Dave Ramsey at it again

Stuff like this is just so lazy… I had to reply. Of course nobody will see it or believe me because I’m not “Dave Ramsey”. How is he still a thing while Suze Orman got sent to the dustbin of history? What kind of car does Dave Drive? I bet his company leases them too.


Yeah, but do you have a mildly condescending southern drawl that makes you more believable?

For example, in your best Dr. Phil voice, say “if you lease cars the only question is whhhhhhat kind of stupid are you?!”



Jpdinan, Great post. And I thank you for replying to Mr. Ramsey.

I feel bad for people who are so naive to think there is always an “always” answer like this.

I stopped taking Ramsey seriously when he argued that Private Mortgage Insurance is always a bad thing. That is another perfect example of his level of ignorance.

Can people get in trouble with bad lease deals? Absolutely! Just like people can get in trouble making bad mortgage decisions. That doesn’t mean it is good to not even do the research!


We need people making poor leasing decisions, allows for our unicorns :unicorn:


You mean “FLEECING” decisions. That’s what the h e double hockey sticks we call renting a car for three years here. You know they charge 14% interrrst I hope.


Well at least someone agrees with me…


the real question is…is Dave Ramsey ever right ?


I had a nice back and forth with some CNBC d-bag on Facebook about the same thing. Peoples parents told them leasing was dumb and they continue on the tradition. Cars are your second biggest expense. It’s amazing how little research people do for this and Mortgage’s.

I put 3% down on a recent rental property bc pmi was only $40/mo. I guess it would have been smarter to come out of pocket $40k instead…


“Drive like no one else now, so later you can drive like no one else in whatever car you WANT”

:thinking:… I got a feeling that even if I drove econo-boxes for the next 30 years, I still wouldn’t be able to get that 2049 Rolls Royce Phantom hovercar.


Exactly. It’s as if all the maintenance and repairs come from some magic money tree and they don’t count. And is it really worth it to drive a cheap clunker that you own and have to come out of pocket when issues arise, so you can eventually use all the “savings” to purchase an expensive car outright, and immediately lose all those savings driving it off the lot? It’s just really smooth brained thinking.


Who is Dave Ramsey? Gordon Ramsey’s lost brother?


My default position is to side against anyone who advises using a debit card instead of collecting thousands of dollars a year in credit card rewards.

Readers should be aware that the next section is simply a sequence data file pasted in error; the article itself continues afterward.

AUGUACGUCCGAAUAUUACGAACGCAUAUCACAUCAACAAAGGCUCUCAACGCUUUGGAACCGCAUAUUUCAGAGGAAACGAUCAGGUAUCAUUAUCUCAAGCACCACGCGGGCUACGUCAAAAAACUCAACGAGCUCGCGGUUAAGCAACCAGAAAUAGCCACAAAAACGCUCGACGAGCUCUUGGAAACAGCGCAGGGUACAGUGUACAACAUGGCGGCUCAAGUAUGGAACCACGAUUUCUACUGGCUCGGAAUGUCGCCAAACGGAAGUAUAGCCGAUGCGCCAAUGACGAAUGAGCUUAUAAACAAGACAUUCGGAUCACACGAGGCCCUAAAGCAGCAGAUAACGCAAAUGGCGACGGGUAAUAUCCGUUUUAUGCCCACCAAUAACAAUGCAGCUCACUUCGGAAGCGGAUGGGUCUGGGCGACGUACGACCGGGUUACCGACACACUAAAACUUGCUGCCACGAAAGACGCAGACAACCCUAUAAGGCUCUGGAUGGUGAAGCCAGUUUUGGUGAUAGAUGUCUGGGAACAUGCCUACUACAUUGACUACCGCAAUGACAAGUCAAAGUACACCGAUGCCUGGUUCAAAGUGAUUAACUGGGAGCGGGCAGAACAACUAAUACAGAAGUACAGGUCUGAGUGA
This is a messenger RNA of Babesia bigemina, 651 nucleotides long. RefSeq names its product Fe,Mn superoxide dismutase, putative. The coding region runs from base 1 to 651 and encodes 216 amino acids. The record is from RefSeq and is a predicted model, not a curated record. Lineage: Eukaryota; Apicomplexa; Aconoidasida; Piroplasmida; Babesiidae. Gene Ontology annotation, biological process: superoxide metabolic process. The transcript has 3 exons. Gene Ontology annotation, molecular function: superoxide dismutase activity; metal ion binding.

With that said, buying and holding highly-reliable used vehicles until they approach death’s door is generally going to save money over the long term compared to leasing something new every 2-3 years.

And most people will not settle for a $92/month Hyundai Coloniq.

People freak out over a $2,000 repair, but only because they didn’t budget for it. Compared to a $400 lease payment you can have something of that magnitude go wrong every five months (which statistically speaking won’t happen on a well-chosen car) and still break even financially.

Any car is going to get boring as hell to drive after a few years, but that’s an entirely different matter.


Buddy of mine followed this thought process. Then his clap trap Acura CL seized on the 405. Big accident. Big scare. Fortunately no injuries.

I reject this if for no other reason to not be that one who’s less lucky or impales someone else with a 1994 Camry spoiler.

Just my $0.02. Put $499.98 with it and you can replace a water pump.



I think that Ramsey misses two points, but I can excuse it somewhat because his target market is the credit challenged trying to get on track in that regard. Point 1: For someone with at minimum “good” credit, leasing an affordable (call it ~200/mo) car is almost always doable for a buyer simply looking for appliance-like transportation. Barring ebbs and flows in surrounding areas that can influence this (cheap money, overall health of the industry), this is almost always doable. Point 2: For people who like something a bit more than appliance transportation and want to punch above their weight a bit, leasing can make that possible without being prohibitively more expensive than his philosophy, if done properly. There’s nothing wrong with that, provided that you are being responsible in other areas. Some people like to buy expensive foods or collect something that takes away from their discretionary income. Other people like to drive a nice new car every few years.


You’re rejecting my financial observations over a perceived safety matter. :slight_smile:

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I agree that for his target demographic the message needs to be dead simple.

I’m also a big fan of life’s luxuries… as many as one can reasonably afford.

It just drives me crazy when people get a new car every 2-3 years and then try to slap an austerity label on it.

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This was the biggest point I was trying to drive home. That cheap, all cash used car is great until it’s not. It could just be a failure or repair not worth paying for that junks it. Or it could be that your rear drum brakes just weren’t up to task when you swerved to avoid something that a newer, better car could have handled. The other issue is that I’m sure that he’s not advocating these people to carry comprehensive on their crapcans, which makes sense until you get into an accident and find yourself woefully under insured because it seemed like a good idea at the time.


I’m not a fan. But his audience can’t be all stupid people who need caveman simple logic. Nothing is that cut and dried.


If you add up stupid, naive and misinformed, I bet you get to 80%.


Totally, but the used market that Ramsey seems to believe holds all the answers for people would cease to exist without leasing.